Regional Variations in Attitudes Towards Refugees: Evidence from Great Britain
This paper examines changes in public attitudes towards refugees across Britain over almost three decades using data from British Social Attitudes Surveys. It therefore covers the period when immigration as a whole has increased and the number of asylum applications reached their highest levels. The data are examined in periods before and after the rise in asylum applications and from a sub-national perspective because of possible differences in attitudes between areas, as well as in levels and types of inward migration. Overall, the British public appear to have become less tolerant towards refugees. This suggests that rising levels of immigration and asylum, a political discourse which positioned asylum as a particular problem in terms of the management of migration flows and accompanying press coverage have resulted in a hardening of opinions. These changes have occurred despite increased educational attainment amongst the British population, which might be expected to result in more liberal attitudes. The sub-national analysis indicates that people living in London and Scotland display the most tolerant views both before and after the increase in immigration and asylum. However, characteristics such as belonging to an ethnic minority group or possessing a degree, which are higher in London, account for a large portion of the regional variations. Controlling for such factors in regression analysis reduces the differentials relative to London, especially in more recent years.
|Date of creation:||Nov 2013|
|Date of revision:|
|Contact details of provider:|| Postal: Drayton House, 30 Gordon Street, London WC1H 0AX|
Phone: +44 (0)20 7679 5888
Fax: +44 (0)20 7916 2775
Web page: http://www.cream-migration.org/
More information through EDIRC
References listed on IDEAS
Please report citation or reference errors to , or , if you are the registered author of the cited work, log in to your RePEc Author Service profile, click on "citations" and make appropriate adjustments.:
- Brian Bell & Stephen Machin & Francesco Fasani, 2010.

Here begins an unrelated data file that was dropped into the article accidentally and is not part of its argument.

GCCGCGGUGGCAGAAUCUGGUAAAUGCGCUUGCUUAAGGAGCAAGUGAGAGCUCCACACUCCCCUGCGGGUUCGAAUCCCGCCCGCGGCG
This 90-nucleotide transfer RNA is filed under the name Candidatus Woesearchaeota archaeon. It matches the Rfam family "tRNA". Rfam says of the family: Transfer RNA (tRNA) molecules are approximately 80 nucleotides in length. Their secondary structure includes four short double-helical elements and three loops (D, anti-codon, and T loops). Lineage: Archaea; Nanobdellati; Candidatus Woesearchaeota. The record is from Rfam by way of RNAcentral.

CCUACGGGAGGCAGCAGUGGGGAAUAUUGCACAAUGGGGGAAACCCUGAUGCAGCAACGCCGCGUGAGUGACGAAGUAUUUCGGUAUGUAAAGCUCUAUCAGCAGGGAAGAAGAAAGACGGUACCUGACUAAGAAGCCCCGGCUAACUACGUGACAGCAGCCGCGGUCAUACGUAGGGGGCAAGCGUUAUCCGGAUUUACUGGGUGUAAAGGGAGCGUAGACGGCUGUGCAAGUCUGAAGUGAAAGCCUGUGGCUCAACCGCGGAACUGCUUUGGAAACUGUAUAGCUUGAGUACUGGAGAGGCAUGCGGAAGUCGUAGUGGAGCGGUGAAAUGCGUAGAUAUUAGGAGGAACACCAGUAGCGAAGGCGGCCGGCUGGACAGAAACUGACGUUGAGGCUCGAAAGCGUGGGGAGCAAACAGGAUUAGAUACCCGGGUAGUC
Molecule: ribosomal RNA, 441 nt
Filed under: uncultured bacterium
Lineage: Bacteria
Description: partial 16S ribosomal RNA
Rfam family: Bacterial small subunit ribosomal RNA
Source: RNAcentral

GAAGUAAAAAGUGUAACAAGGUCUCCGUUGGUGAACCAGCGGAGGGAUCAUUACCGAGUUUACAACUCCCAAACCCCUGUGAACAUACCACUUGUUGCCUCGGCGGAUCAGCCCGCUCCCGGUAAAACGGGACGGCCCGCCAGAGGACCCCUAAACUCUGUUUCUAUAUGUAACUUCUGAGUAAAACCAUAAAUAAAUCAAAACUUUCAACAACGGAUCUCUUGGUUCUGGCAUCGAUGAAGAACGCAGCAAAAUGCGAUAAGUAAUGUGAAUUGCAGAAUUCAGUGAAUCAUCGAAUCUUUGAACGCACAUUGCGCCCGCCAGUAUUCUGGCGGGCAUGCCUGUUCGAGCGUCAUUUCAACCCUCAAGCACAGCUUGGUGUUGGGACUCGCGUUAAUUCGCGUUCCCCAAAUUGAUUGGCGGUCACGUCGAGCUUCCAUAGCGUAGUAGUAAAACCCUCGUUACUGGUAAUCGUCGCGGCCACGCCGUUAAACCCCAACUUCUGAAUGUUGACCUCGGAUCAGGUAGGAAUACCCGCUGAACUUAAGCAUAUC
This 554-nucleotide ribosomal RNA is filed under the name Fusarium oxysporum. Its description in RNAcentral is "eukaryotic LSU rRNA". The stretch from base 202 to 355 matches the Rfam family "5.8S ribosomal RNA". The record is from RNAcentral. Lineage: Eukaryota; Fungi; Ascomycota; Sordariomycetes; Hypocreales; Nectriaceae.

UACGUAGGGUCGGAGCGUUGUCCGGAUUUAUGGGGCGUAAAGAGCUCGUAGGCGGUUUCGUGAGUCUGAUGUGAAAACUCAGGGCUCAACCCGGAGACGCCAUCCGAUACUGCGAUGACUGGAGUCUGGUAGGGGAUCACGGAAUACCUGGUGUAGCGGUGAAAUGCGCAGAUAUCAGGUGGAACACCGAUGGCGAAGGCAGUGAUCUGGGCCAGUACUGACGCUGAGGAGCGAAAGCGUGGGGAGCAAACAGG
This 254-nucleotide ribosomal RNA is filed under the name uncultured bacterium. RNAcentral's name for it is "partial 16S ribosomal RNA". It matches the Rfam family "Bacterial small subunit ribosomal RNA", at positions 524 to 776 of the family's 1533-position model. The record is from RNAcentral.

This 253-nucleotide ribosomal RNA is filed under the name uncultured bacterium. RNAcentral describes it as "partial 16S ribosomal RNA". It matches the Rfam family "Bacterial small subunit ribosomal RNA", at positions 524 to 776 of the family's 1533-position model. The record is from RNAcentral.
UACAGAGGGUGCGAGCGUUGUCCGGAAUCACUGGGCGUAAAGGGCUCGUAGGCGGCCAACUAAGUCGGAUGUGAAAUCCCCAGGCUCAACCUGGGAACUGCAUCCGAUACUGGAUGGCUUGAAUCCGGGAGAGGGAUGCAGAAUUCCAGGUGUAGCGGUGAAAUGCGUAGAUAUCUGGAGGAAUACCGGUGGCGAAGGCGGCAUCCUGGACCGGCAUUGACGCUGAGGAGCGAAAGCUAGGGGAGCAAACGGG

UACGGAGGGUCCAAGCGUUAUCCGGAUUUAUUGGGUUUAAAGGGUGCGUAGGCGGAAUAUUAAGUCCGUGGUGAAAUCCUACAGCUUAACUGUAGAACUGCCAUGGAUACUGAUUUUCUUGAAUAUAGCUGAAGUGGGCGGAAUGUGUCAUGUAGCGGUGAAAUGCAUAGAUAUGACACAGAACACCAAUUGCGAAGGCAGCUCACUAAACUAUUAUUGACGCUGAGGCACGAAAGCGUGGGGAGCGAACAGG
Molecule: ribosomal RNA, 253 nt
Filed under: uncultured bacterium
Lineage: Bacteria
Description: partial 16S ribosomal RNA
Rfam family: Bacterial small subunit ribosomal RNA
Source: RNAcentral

"Crime and immigration: evidence from large immigrant waves,"
LSE Research Online Documents on Economics
28732, London School of Economics and Political Science, LSE Library.
- Brian Bell & Francesco Fasani & Stephen Machin, 2013. "Crime and Immigration: Evidence from Large Immigrant Waves," The Review of Economics and Statistics, MIT Press, vol. 95(4), pages 1278-1290, October.
- Brian Bell & Francesco Fasani & Stephen Machin, 2010. "Crime and Immigration: Evidence from Large Immigrant Waves," CEP Discussion Papers dp0984, Centre for Economic Performance, LSE.
- Brian Bell & Stephen Machin & Francesco Fasani, 2010. "Crime and Immigration: Evidence from Large Immigrant Waves," CReAM Discussion Paper Series 1012, Centre for Research and Analysis of Migration (CReAM), Department of Economics, University College London.
- Bell, Brian & Machin, Stephen & Fasani, Francesco, 2010. "Crime and Immigration: Evidence from Large Immigrant Waves," IZA Discussion Papers 4996, Institute for the Study of Labor (IZA).
- Giovanni Facchini & Anna Maria Mayda, 2009.
"Does the Welfare State Affect Individual Attitudes toward Immigrants? Evidence across Countries,"
The Review of Economics and Statistics,
MIT Press, vol. 91(2), pages 295-314, May.
- Giovanni Facchini & Anna Maria Mayda, 2007. "Does the Welfare State Affect Individual Attitudes towards Immigrants? Evidence Across Countries," Development Working Papers 233, Centro Studi Luca d'Agliano, University of Milano.
- Facchini, Giovanni & Mayda, Maria, 2007. "Does the Welfare State Affect Individual Attitudes towards Immigrants? Evidence Across Countries," Economics Discussion Papers 8915, University of Essex, Department of Economics.
- Hainmueller, Jens & Hiscox, Michael J., 2007.
"Educated Preferences: Explaining Attitudes Toward Immigration in Europe,"
Cambridge University Press, vol. 61(02), pages 399-442, April.
- Jens Hainmueller & Michael J. Hiscox, 2005. "Educated Preferences: Explaining Attitudes Toward Immigration in Europe," Others 0505013, EconWPA.
- Artjoms Ivļevs, 2012. "Ageing, Local Birth Rates and Attitudes towards Immigration: Evidence from a Transition Economy," Regional Studies, Taylor & Francis Journals, vol. 46(7), pages 947-959, November.
- Kenneth F. Scheve & Matthew J. Slaughter, 2001. "Labor Market Competition And Individual Preferences Over Immigration Policy," The Review of Economics and Statistics, MIT Press, vol. 83(1), pages 133-145, February.
When requesting a correction, please mention this item's handle: RePEc:crm:wpaper:1326. See general information about how to correct material in RePEc.
For technical questions regarding this item, or to correct its authors, title, abstract, bibliographic or download information, contact: (CReAM Administrator)or (Thomas Cornelissen)
If you have authored this item and are not yet registered with RePEc, we encourage you to do it here. This allows to link your profile to this item. It also allows you to accept potential citations to this item that we are uncertain about.
If references are entirely missing, you can add them using this form.
If the full references list an item that is present in RePEc, but the system did not link to it, you can help with this form.
If you know of missing items citing this one, you can help us creating those links by adding the relevant references in the same way as above, for each refering item. If you are a registered author of this item, you may also want to check the "citations" tab in your profile, as there may be some citations waiting for confirmation.
Please note that corrections may take a couple of weeks to filter through the various RePEc services.